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Act holistically to tame Ponzi schemes menace


Ponzi schemes operate on the precarious precipice of legal ambiguity in Kenya, leaving a breeding ground for predators.

In theory, the Ponzi-style business model is outlawed worldwide, including in Kenya. Yet, despite its prohibition, a regulatory void in our legal framework exists. As victims of these schemes grapple with the fallout, it becomes clear that the key to eradicating Ponzi schemes lies in a three-pronged approach: education, regulation, and enforcement.

Ponzi schemes and pyramid schemes, while distinct in their mechanics, share a common thread – exploiting participants for financial gain. Pyramid schemes focus on recruiting members, offering bonuses for new recruits, while Ponzi schemes demand investment, promising extraordinary and quick returns from subsequent investors. Both operate on the precarious precipice of legal ambiguity in Kenya due to the lack of specific regulations, leaving a breeding ground for financial predators.

Consumer protection is paramount, and a specific regulatory framework is urgently needed. Kenyan regulators should enact clear and stringent rules that leave no room for exploitation by unscrupulous entities.

Read: Dangerous investments to avoid like the plague

This involves a meticulous examination of existing legislation and, where necessary, the creation of new laws tailored to combat Ponzi schemes. A unified approach by regulators, law enforcement, and legal entities is crucial to closing the regulatory gaps that currently enable these fraudulent activities.

Regulators must proactively educate the public about the risks associated with Ponzi schemes and increase public awareness about the tell-tale signs of fraudulent investment schemes. The Central Bank of Kenya (CBK) and, the Directorate of Criminal Investigation (DCI) play a pivotal role in disseminating information and have acknowledged the dangers posed by these schemes.

Despite the efforts made to curb fraudulent investment schemes, a more proactive stance is required.

The absence of a specific law targeting Ponzi schemes hampers the swift prosecution of fraudsters. In the long term, regulators should advocate for legislative reforms that strengthen penalties for financial fraud and Ponzi schemes.

By imposing hefty fines, extended prison sentences, and other punitive measures, regulators can create a deterrent effect, dissuading potential fraudsters from engaging in such criminal activities. Publicising successful prosecutions and the restitution of funds to victims will amplify the message that financial crimes will not go unpunished.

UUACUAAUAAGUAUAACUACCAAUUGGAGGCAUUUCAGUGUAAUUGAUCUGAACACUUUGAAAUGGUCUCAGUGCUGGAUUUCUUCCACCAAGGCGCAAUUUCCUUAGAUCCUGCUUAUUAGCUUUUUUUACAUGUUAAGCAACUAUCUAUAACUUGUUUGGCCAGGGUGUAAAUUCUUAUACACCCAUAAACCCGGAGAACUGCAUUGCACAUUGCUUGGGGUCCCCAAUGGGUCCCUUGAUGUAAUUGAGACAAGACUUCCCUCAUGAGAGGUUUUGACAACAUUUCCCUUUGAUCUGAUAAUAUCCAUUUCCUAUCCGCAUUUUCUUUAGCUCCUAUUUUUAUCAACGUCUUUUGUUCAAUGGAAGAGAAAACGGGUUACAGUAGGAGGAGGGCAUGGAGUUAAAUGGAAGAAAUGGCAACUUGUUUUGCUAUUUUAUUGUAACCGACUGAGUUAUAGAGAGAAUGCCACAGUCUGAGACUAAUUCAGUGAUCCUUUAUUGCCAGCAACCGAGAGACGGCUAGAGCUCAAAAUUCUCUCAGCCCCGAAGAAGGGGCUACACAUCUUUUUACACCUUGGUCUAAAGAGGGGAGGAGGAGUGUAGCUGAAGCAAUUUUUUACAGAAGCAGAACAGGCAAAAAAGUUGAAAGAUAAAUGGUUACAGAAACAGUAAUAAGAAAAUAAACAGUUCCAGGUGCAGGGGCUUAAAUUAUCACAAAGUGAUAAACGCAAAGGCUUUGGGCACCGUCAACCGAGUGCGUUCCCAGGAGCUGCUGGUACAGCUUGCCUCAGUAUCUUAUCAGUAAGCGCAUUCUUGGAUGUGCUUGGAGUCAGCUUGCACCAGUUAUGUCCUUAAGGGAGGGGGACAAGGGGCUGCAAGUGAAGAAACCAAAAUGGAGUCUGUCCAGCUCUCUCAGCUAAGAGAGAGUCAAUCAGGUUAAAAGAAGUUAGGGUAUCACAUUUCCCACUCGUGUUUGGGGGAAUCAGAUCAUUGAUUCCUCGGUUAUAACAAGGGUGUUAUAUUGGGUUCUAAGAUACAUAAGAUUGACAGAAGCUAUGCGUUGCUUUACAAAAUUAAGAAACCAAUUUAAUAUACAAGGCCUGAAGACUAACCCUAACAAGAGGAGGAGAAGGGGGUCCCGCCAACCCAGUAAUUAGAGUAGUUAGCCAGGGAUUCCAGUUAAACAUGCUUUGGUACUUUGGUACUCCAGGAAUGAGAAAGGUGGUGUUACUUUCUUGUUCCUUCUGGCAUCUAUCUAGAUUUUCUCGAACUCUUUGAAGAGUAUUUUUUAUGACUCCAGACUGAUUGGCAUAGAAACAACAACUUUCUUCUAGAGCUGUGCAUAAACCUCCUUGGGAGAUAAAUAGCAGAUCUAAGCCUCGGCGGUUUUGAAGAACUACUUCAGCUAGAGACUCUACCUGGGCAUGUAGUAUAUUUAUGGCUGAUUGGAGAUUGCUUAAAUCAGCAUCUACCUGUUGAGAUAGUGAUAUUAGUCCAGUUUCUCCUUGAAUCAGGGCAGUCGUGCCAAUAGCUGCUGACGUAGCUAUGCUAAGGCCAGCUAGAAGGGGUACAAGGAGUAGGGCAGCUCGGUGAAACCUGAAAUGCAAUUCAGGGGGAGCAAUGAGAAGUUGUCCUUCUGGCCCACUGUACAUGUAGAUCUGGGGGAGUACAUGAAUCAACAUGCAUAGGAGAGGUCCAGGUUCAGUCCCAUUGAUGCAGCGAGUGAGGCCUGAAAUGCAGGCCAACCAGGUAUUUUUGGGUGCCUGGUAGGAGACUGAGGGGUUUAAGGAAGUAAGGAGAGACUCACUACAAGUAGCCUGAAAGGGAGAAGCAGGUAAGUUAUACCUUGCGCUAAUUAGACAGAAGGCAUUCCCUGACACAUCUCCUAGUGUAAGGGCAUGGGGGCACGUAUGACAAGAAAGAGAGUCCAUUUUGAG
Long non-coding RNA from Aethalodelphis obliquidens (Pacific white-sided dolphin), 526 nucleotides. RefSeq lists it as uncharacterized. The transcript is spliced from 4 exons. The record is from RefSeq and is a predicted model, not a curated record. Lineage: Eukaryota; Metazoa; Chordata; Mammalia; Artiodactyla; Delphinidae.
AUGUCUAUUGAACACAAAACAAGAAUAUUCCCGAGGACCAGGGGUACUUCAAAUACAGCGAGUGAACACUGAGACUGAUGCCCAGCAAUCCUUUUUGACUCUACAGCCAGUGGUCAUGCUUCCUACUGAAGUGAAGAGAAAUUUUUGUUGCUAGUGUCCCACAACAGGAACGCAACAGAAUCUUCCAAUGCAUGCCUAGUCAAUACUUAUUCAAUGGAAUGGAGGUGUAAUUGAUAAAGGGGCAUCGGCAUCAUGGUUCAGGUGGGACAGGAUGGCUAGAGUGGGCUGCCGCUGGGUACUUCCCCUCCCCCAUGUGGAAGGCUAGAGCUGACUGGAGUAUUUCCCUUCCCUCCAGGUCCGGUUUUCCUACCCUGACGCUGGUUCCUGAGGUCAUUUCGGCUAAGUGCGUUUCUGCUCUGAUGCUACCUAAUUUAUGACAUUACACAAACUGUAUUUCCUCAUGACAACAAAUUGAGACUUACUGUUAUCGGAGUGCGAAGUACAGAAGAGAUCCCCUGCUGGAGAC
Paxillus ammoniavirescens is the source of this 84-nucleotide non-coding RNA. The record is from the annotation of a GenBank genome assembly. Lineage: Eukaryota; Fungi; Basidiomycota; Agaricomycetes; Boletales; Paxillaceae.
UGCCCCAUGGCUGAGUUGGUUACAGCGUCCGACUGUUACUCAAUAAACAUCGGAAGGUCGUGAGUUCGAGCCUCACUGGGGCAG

Victims of Ponzi schemes, who are left grappling with the financial ruin, deserve justice. Regulators must prioritise the implementation of robust regulations that not only prevent Ponzi schemes but also provide swift legal remedies for victims.

Prevention lies at the heart of this battle. Education, regulation, and enforcement must work in tandem to protect citizens from falling victim to these schemes. Regulators, through the CBK and other enforcement agencies, should intensify their educational efforts, utilising various channels such as public announcements, media coverage, and direct community engagement.

In a stark reminder of the pervasive threat posed by Ponzi schemes, recent global events have exposed the vulnerabilities even in seemingly sophisticated financial ecosystems. Sam Bankman-Fried, once hailed as a pioneer in the cryptocurrency industry, faced a meteoric rise and subsequent downfall that culminated in his conviction for fraud and money laundering on November 3, 2023.

This underscores the need for vigilant regulatory oversight across all sectors to safeguard investors from unscrupulous schemes.

Closer to home, the Directorate of Criminal Investigations (DCI) in Kenya detailed a chilling case in September 2023. NMK Capital Investment Limited, a Kenyan registered investment firm, orchestrated a well-choreographed scheme that duped over 5,000 investors.

Under the guise of a six-month investment contract with a minimum investment of Sh50,000, participants were promised a monthly interest of 15 percent or a similar percentage of compounded interest redeemable at the end of the contract period.

This case serves as a stark reminder of the urgent need for comprehensive regulations targeting Ponzi schemes. The absence of specific laws allows these fraudulent activities to persist, causing untold financial and emotional distress to unsuspecting victims.

Regulators must act swiftly to close these regulatory gaps, ensuring that perpetrators of such schemes face the full force of the law.

The battle against Ponzi schemes requires a holistic approach. Education, regulation, and enforcement are the pillars upon which we must build our defence against financial predators.

The recent revelations, both globally and in Kenya, underscore the urgency for regulators to fortify their efforts.

Let us strive for a future where every Kenyan can invest with confidence, knowing that the regulatory framework is robust, and justice prevails.

Read: Firm loses Sh10m to government in pyramid scheme war

The time for comprehensive and decisive action is now before more lives are ruined, and the credibility of our financial systems is compromised.

The writer is a certified governance, risk and compliance specialist

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